MONTREAL, Jan. 16, 2014 /CNW Telbec/ - A study conducted by Marie
Kmita's team at the IRCM, in collaboration with Josée Dostie at McGill
University, shows the importance of the chromatin architecture in
controlling the activity of genes, especially those required for proper
embryonic development. This discovery, recently published in the
scientific journal PLOS Genetics, could have a significant impact on the diagnosis of genetic diseases.
Each cell in the body contains a person's genetic information in the
form of DNA molecules, wrapped around structures called nucleosomes.
Together, the DNA and nucleosomes form the chromatin, which is the main
component of chromosomes.
"Our work shows that the regulation of the activity of genes controlling
embryonic development is linked to the three-dimensional organization
of the chromatin," explains Dr. Kmita, Director of the Genetics and
Development research unit at the IRCM. "In fact, this chromatin
architecture, which varies according to the cell type, generates
specific contacts between sequences of regulatory DNA and the genes
To date, studying the causes of genetic diseases is mainly achieved
through DNA sequencing and the analysis of gene sequences. However, the
cause of such diseases could just as well be an anomaly in the DNA
sequences that control the genes.
"It is now possible to identify regulatory DNA that controls a given
gene," adds Dr. Kmita. "Our discovery paves the way for studying the
mechanisms that control the architecture of chromatin, which should
have a significant impact on identifying the causes and diagnosing
The IRCM researchers' scientific breakthrough could have an impact on a
large number of genetic diseases, including those associated with the
Hox genes studied by Dr. Kmita, such as synpolydactyly (a congenital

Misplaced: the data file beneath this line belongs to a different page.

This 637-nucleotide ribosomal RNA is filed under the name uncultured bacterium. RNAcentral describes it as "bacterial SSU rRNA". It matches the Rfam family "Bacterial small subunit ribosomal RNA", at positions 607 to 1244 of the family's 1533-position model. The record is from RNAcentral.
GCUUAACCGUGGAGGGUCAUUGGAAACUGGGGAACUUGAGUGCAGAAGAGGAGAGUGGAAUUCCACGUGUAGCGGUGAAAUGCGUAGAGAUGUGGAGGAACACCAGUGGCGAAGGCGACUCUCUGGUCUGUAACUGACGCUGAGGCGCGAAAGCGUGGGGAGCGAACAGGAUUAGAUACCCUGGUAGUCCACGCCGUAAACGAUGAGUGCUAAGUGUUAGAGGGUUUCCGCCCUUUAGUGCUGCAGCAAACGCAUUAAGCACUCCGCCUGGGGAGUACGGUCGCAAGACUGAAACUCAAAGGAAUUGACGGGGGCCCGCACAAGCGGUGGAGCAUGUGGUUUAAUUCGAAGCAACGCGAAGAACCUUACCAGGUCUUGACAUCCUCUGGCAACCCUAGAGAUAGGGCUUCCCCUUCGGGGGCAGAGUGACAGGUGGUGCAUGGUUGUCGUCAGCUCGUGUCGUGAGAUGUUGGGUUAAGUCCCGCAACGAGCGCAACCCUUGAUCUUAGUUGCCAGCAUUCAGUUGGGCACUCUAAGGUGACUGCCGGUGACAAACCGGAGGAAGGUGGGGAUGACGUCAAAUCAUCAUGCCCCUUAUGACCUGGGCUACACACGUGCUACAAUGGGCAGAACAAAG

malformation characterized by the fusion of digits and the production
of additional digits) and the hand-foot-genital syndrome (a genetic
disease characterized by limb malformations and urogenital defects).
About the research project
The study was conducted in collaboration with Dr. Josée Dostie's team at
Rosalind and Morris Goodman Cancer Research Centre - McGill University.
The IRCM researchers who contributed to this project are Soizik
Berlivet (first author), Annie Dumouchel and David Langlais. Dr.
Kmita's research was funded by the Canadian Institutes of Health
Research and the Canada Research Chairs Program.
For more information, please refer to the article published online by
the PLOS Genetics: http://www.plosgenetics.org/article/info:doi/10.1371/journal.pgen.1004018.
About Marie Kmita
Marie Kmita obtained her PhD in cell and molecular biology from the
Université de Reims in France. She is Associate IRCM Research Professor
and Director of the Genetics and Development research unit. Dr. Kmita
is associate research professor in the Department of Medicine
(accreditation in molecular biology) at the Université de Montréal. She
is also Adjunct Professor in the Department of Medicine (Division of
Experimental Medicine) and the Department of Biology at McGill
University. Dr. Kmita holds the Canada Research Chair in Molecular
Embryology and Genetics. For more information, visit www.ircm.qc.ca/kmita.
About the IRCM
Founded in 1967, the Institut de recherches cliniques de Montréal (www.ircm.qc.ca) is currently comprised of 35 research units in various fields, namely
immunity and viral infections, cardiovascular and metabolic diseases,
cancer, neurobiology and development, systems biology and medicinal
chemistry. It also houses four specialized research clinics, eight core
facilities and three research platforms with state-of-the-art
equipment. The IRCM employs 425 people and is an independent
institution affiliated with the Université de Montréal. The IRCM Clinic
is associated to the Centre hospitalier de l'Université de Montréal
(CHUM). The IRCM also maintains a long-standing association with McGill
University. The IRCM is funded by the Quebec ministry of Higher
Education, Research, Science and Technology.
About the Canadian Institutes of Health Research
The Canadian Institutes of Health Research (CIHR) is the Government of
Canada's health research investment agency. CIHR's mission is to create
new scientific knowledge and to enable its translation into improved
health, more effective health services and products, and a strengthened
health care system for Canadians. Composed of 13 Institutes, CIHR
provides leadership and support to more than 12,600 health researchers
and trainees across Canada. www.cihr-irsc.gc.ca
SOURCE: Institut de recherches cliniques de Montréal (IRCM)
For further information:
For more information and to schedule an interview with Dr. Kmita, please contact:
Communications Officer (IRCM)
Communications Director (IRCM)